Instead they voted 64 to 36 that retired veterans, disabled or not, will take a COLA decrease every year until they turn 62 years of age.

Let me put this another way. An E-6 who retires after 20 years of service is only eligible for $14,820 yearly. The current poverty line in America is set at $15,510 a year for 2 people. So if this E-6 is married, supporting children, or has a former spouse entitled to part of their retirement pay, this E-6 is not making a living wage according to our nations stats. And this is still before the COLA decrease.

That's kind of the low end of the spectrum. Let's look at a retired E-6. After 20 years of service they are only eligible for $37,312 a year. Again, that's assuming that they are getting every penny of their 50% pay after taxes.

That's not a shockingly high number.

I'm not going to go into what a congressional members pension looks like, but if you want to see a high number, I recommend reading this.

Here's what's worrisome. These veterans signed a contract. In this contract they were PROMISED certain retirement benefits, and now congress is laughing.  Promised? Promises are for campaign trails.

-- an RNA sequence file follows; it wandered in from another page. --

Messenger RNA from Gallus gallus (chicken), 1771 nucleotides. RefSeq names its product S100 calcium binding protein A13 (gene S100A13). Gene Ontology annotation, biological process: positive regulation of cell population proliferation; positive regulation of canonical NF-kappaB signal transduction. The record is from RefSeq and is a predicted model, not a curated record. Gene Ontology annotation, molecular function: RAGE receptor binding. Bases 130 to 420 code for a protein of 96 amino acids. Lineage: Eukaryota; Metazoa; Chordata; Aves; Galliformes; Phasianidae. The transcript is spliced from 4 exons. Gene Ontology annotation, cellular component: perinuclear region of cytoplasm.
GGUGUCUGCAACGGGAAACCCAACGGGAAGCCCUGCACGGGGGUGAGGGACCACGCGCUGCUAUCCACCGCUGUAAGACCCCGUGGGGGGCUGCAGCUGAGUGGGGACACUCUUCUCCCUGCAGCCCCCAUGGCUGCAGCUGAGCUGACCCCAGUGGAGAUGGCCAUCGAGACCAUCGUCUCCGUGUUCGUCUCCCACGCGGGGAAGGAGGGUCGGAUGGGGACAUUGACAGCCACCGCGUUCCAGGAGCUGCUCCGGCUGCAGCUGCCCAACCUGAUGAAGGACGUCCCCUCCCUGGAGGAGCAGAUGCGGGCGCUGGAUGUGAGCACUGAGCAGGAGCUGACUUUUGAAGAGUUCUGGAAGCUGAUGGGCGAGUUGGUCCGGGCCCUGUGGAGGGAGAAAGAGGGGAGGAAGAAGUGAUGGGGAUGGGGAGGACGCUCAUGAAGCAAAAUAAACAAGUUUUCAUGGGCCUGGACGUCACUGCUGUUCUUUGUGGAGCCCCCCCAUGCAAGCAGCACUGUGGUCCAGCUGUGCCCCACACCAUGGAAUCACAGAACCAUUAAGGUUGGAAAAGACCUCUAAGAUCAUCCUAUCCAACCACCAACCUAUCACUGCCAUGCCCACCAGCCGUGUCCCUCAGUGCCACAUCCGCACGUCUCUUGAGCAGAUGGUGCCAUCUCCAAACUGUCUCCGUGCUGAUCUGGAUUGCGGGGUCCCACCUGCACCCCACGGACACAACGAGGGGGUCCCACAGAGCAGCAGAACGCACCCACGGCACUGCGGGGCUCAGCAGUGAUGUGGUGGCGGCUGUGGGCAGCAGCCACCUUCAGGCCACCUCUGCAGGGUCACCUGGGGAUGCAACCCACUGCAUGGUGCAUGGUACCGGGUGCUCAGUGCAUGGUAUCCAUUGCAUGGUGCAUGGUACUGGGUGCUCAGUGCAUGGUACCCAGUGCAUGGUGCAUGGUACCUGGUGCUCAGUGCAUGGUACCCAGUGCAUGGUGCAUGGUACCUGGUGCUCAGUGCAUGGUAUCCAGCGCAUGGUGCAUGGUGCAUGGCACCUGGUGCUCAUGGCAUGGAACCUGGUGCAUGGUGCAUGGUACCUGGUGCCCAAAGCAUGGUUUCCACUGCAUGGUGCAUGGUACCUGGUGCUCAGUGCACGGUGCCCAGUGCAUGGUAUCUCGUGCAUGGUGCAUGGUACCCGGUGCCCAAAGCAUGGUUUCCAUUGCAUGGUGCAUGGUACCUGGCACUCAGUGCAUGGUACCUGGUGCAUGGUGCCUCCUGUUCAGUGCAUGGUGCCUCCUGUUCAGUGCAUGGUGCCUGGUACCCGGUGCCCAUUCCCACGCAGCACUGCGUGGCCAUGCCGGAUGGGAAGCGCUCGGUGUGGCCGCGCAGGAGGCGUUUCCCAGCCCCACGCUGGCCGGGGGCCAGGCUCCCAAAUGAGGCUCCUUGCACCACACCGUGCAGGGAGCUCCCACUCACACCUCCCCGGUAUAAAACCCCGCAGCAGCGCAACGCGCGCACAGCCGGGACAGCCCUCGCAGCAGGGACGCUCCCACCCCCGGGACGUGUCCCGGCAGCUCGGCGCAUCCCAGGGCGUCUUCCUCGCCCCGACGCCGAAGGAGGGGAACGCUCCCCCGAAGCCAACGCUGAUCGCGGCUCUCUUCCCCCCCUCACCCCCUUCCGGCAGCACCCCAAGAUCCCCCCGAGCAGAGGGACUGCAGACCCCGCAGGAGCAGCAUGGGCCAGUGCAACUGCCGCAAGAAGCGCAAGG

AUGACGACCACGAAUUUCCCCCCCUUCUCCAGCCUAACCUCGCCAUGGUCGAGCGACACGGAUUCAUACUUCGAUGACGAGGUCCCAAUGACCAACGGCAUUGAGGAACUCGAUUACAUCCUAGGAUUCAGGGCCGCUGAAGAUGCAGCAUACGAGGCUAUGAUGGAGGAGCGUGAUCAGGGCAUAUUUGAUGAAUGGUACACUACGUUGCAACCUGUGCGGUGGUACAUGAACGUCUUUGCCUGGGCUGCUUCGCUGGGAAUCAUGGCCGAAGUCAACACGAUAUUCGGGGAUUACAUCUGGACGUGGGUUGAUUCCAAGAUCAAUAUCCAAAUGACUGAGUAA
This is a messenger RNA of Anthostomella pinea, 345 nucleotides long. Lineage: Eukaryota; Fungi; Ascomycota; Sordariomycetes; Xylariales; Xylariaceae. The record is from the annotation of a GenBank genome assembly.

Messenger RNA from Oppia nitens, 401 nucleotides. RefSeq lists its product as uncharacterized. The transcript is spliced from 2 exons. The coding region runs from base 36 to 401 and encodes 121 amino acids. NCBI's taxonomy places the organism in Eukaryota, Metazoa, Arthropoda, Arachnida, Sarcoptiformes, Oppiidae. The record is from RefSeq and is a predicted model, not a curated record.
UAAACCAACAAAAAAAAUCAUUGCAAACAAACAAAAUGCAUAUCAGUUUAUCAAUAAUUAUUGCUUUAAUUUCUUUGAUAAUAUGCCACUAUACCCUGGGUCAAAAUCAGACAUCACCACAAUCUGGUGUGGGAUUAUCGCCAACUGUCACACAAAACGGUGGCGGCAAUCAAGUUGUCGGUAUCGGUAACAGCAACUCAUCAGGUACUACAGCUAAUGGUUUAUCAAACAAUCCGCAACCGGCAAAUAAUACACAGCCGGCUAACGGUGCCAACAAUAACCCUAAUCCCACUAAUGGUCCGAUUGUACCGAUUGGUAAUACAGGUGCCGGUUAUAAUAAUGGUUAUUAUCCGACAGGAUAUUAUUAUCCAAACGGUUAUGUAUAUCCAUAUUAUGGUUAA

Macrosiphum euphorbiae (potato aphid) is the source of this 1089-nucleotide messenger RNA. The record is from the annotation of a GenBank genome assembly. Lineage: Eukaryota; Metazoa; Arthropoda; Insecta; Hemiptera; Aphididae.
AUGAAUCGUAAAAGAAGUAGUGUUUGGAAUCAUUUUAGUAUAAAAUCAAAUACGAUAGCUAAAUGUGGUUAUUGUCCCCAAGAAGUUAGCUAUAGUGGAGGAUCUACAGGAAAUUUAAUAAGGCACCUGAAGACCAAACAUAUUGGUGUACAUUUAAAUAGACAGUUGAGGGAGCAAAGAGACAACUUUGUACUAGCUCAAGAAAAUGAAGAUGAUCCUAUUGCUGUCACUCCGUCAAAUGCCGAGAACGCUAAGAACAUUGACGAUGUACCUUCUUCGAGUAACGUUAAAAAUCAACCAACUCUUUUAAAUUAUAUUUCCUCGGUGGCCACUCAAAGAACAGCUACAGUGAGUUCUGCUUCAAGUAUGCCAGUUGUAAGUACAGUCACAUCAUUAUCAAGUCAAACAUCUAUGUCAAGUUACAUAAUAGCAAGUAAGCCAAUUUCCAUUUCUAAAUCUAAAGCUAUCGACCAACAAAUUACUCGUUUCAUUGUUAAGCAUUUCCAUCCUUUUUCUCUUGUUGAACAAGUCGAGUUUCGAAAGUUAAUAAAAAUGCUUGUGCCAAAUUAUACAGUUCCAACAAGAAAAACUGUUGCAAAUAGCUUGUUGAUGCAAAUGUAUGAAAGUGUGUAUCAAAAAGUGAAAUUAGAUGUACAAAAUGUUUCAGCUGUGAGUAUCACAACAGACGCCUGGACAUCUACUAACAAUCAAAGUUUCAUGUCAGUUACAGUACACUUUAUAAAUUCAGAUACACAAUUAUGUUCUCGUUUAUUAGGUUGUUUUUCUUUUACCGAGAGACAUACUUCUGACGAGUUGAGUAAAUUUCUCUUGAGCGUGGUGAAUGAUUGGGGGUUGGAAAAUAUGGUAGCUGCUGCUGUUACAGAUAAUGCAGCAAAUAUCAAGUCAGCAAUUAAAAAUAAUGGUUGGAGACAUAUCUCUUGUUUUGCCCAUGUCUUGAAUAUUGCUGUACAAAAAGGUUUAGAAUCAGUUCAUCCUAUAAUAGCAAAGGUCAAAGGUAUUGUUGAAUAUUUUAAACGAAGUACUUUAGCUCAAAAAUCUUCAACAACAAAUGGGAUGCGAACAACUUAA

In fact Senator McCain stood on the senate floor and asked "What's the big deal?"
The big deal senator, is that not only are you stealing the "benefits" these men and women worked hard for, but you are sending a message to every single American, that we, as a country, will not take care of our own.

Military members don't get paid overtime. They are not guaranteed holidays with their families. Their bodies aren't even their own- they are considered "government property".
Many military members live paycheck to paycheck, and even with their full-time job, they still qualify for low-income subsidies. Why was it necessary to implement WIC overseas? Because sometimes it's hard to live on a military paycheck.

There is a petition asking President Obama to veto the bill. If you're interested you can sign it here.

Senator Murray- who co-wrote this bill stated that the inclusion of disabled veterans in this bill was a "technical error", yet made no attempt at trying to fix it. In fact, the very opposite happened. This bill was not allowed to be amended. Yes. You read that right.
It was not allowed to be amended.

You can also contact your state senators and urge them to fix the bill, as they promised to do on the senate floor yesterday.

Edit: Here's how the decrease will directly affect one family- This is an E-8 with 20+ years of service.

Saturday, November 23, 2013

Wanna Know A Secret?

A funny thing happens when you find yourself pregnant for the third (or more) time, and your other children are both boys*.

Suddenly the pressure is on. Everyone you know begins to send pink baby dust your way. 
Random strangers on the street smile at you knowingly and say "Trying for a girl?"